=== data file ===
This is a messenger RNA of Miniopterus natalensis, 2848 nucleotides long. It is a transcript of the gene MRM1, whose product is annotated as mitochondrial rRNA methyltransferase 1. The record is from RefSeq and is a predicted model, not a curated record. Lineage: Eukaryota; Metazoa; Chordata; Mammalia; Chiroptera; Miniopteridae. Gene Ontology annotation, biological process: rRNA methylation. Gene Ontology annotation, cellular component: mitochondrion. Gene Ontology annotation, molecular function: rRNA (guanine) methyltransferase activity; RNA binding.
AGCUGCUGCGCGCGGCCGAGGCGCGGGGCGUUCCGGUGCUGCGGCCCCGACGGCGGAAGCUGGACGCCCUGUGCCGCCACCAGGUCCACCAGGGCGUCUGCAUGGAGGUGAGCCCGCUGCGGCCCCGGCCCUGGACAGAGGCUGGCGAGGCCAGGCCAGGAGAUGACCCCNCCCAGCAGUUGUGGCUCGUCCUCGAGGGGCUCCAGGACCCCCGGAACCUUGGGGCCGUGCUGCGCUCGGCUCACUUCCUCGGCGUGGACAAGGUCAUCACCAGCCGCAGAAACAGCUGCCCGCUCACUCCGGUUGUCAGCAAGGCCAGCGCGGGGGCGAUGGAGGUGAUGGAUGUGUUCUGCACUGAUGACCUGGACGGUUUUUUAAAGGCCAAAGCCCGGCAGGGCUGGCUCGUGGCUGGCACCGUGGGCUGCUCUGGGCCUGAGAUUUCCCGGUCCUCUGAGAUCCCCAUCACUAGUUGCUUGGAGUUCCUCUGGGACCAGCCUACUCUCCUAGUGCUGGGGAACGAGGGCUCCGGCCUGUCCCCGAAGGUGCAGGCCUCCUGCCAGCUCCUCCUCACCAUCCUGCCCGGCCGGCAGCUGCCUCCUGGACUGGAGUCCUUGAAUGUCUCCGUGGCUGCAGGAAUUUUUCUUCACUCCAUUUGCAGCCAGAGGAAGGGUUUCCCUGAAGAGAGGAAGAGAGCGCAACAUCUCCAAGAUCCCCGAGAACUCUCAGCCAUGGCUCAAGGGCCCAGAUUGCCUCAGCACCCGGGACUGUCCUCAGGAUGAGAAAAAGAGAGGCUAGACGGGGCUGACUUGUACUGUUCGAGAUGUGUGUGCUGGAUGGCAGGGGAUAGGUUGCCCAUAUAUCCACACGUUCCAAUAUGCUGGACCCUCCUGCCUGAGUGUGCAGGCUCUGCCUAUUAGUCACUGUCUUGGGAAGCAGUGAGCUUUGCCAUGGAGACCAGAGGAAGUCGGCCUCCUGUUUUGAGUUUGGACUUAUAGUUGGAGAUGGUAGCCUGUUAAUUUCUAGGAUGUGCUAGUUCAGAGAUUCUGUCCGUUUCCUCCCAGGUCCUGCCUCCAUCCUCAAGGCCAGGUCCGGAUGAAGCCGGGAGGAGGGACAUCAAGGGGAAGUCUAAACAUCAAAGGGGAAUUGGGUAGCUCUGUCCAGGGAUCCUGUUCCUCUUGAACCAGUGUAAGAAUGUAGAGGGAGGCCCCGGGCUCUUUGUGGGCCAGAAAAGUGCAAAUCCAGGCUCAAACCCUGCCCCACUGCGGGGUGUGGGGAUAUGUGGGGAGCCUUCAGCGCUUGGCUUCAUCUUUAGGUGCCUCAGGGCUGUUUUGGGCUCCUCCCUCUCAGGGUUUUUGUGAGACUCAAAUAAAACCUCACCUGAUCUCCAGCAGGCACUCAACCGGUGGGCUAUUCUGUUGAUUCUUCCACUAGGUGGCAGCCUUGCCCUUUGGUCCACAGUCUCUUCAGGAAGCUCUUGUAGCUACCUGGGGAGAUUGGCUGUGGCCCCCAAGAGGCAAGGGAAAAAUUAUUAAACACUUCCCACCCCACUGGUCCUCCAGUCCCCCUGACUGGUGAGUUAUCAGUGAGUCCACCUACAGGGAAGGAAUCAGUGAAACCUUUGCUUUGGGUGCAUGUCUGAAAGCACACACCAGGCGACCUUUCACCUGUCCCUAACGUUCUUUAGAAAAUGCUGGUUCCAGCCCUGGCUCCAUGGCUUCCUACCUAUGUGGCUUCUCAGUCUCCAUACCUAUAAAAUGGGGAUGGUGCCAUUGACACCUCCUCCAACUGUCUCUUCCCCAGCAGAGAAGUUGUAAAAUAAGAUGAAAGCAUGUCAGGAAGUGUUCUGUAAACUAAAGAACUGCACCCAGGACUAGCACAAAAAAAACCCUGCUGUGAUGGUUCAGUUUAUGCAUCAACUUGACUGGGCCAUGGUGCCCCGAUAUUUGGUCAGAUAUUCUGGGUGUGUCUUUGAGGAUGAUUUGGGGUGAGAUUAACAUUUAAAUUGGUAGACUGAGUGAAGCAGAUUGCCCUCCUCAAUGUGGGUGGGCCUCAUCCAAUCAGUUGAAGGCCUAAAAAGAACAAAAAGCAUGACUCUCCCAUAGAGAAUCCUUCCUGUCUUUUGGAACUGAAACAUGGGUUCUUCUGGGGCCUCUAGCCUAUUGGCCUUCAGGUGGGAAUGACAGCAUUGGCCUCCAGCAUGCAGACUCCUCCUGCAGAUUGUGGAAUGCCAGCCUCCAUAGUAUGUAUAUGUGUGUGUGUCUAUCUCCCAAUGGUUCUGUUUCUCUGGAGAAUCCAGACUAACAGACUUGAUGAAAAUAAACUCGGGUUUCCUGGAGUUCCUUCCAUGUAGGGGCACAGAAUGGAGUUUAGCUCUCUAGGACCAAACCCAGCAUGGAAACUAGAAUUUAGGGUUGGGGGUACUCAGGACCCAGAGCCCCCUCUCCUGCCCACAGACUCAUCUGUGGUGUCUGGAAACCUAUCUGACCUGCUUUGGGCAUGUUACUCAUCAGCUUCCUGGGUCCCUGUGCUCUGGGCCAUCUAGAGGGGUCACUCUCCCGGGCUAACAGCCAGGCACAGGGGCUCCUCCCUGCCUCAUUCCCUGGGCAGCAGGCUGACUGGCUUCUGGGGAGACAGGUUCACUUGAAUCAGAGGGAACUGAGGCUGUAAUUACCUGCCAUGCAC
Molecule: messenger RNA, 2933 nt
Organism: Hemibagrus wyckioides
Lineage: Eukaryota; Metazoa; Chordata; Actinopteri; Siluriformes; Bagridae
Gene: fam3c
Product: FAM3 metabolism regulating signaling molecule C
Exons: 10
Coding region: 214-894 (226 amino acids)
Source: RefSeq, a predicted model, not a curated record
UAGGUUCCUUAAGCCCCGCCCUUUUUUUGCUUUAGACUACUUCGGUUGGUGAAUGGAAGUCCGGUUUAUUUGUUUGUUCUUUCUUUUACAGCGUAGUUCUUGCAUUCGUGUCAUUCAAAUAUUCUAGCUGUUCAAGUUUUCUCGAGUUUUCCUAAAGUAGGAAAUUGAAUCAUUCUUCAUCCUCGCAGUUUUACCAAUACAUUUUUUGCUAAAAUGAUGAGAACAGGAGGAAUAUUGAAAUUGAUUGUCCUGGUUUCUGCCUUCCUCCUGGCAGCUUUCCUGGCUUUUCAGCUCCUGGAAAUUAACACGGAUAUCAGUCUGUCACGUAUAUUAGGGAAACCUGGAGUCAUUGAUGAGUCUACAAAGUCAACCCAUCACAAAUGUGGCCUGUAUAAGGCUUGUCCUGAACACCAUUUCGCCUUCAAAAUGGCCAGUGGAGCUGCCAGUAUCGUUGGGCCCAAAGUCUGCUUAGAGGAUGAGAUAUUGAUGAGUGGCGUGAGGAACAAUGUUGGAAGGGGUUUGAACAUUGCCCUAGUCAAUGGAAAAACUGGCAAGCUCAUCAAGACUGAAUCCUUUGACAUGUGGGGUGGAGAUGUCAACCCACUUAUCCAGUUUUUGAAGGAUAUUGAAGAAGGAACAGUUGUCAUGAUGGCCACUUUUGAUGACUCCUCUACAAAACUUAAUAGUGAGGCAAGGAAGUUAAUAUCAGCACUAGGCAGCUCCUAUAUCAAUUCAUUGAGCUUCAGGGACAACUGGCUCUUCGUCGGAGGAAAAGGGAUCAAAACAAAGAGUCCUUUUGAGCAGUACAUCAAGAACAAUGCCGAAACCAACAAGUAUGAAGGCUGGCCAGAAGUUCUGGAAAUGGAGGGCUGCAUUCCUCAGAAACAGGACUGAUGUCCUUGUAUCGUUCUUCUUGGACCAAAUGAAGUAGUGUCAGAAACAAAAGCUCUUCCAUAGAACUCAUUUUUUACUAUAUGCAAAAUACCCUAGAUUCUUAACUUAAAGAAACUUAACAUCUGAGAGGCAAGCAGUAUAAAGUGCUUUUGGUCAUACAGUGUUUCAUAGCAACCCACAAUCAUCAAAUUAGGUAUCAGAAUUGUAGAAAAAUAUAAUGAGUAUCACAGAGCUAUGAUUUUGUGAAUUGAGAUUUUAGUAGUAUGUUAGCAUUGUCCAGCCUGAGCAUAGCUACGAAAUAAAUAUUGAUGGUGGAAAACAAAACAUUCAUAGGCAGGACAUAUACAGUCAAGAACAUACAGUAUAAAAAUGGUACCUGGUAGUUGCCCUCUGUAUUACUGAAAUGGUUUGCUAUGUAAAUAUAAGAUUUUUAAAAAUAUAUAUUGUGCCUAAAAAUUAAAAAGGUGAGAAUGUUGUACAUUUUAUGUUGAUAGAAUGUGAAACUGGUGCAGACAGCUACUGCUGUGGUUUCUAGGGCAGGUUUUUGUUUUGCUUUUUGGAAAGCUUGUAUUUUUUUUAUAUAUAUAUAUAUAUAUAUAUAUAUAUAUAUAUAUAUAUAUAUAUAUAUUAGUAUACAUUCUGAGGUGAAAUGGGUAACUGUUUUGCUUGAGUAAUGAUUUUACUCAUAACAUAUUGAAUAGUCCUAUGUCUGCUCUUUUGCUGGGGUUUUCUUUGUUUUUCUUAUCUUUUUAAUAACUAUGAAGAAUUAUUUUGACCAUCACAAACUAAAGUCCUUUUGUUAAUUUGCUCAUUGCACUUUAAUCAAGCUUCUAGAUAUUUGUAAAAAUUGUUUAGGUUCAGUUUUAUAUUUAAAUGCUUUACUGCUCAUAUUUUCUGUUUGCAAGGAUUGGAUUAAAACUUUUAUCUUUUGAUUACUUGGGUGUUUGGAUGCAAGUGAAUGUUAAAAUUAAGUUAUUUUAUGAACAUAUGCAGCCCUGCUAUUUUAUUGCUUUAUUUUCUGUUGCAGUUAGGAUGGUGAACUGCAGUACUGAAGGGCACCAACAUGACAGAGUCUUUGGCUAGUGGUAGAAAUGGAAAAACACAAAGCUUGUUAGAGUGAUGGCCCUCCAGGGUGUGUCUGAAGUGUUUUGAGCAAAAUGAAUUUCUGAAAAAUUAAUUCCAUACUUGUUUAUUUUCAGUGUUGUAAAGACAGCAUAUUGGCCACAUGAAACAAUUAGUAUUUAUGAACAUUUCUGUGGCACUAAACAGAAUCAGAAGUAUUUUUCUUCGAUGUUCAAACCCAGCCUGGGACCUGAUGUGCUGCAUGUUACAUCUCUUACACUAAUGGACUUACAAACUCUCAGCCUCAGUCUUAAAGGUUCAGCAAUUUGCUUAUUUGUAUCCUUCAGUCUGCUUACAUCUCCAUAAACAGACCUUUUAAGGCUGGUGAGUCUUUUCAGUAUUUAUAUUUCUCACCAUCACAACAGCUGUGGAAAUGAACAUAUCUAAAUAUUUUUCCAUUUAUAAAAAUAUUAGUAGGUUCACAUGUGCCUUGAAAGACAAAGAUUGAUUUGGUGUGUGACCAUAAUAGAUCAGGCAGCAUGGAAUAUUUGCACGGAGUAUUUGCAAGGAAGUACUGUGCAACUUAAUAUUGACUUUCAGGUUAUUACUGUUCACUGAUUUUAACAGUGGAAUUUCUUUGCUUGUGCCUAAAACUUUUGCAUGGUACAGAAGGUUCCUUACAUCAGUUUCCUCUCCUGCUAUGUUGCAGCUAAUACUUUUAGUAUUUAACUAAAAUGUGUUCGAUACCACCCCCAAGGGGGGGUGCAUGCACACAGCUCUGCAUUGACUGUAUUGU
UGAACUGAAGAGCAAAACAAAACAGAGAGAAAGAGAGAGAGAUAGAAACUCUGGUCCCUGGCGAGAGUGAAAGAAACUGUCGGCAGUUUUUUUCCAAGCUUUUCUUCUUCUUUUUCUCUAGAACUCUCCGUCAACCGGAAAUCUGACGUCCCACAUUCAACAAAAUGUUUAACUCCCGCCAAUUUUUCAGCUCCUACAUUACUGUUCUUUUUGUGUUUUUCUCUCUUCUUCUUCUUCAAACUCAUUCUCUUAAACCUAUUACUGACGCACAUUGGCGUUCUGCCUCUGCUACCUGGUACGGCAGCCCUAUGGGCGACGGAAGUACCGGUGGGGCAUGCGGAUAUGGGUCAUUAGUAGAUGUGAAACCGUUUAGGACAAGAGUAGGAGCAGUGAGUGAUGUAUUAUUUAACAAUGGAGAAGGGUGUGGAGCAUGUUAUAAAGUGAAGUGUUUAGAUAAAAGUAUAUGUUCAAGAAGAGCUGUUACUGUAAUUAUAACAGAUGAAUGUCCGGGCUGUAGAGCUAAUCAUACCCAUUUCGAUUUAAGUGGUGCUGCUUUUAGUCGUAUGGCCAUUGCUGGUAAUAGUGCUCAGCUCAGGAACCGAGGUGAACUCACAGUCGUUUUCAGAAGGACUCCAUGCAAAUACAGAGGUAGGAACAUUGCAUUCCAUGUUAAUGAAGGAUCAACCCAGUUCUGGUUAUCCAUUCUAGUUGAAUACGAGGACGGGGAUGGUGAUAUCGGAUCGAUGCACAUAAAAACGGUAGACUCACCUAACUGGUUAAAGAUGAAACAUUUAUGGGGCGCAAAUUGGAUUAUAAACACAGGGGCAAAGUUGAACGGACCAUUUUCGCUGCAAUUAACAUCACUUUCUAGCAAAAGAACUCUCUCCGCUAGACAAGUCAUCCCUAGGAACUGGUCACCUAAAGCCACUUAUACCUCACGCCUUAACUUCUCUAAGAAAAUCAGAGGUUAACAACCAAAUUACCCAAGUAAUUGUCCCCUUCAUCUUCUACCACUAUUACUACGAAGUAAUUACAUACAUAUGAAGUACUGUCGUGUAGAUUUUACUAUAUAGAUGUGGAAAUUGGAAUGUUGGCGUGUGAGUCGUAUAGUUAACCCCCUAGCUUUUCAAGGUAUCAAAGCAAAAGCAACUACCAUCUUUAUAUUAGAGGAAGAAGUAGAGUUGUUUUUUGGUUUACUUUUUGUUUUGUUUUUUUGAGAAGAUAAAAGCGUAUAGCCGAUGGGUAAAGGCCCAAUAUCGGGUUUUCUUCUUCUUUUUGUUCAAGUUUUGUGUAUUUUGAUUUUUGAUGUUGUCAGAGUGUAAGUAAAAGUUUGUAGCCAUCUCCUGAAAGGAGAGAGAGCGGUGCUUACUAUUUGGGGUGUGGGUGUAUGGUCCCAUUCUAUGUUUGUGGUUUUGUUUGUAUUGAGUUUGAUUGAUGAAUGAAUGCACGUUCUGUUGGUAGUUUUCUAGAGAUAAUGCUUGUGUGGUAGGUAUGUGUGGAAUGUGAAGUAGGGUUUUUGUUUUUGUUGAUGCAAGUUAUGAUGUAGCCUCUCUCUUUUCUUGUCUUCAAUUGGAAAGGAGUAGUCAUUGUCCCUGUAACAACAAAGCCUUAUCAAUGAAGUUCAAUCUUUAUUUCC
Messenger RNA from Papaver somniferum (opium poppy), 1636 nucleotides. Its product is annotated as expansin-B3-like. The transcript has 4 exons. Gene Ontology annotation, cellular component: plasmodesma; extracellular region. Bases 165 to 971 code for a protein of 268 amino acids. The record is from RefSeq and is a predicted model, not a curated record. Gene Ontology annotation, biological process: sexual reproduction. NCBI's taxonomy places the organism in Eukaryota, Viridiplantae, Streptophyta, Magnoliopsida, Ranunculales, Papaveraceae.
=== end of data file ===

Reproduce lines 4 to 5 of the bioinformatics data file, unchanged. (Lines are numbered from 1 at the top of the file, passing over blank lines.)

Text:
Organism: Hemibagrus wyckioides
Lineage: Eukaryota; Metazoa; Chordata; Actinopteri; Siluriformes; Bagridae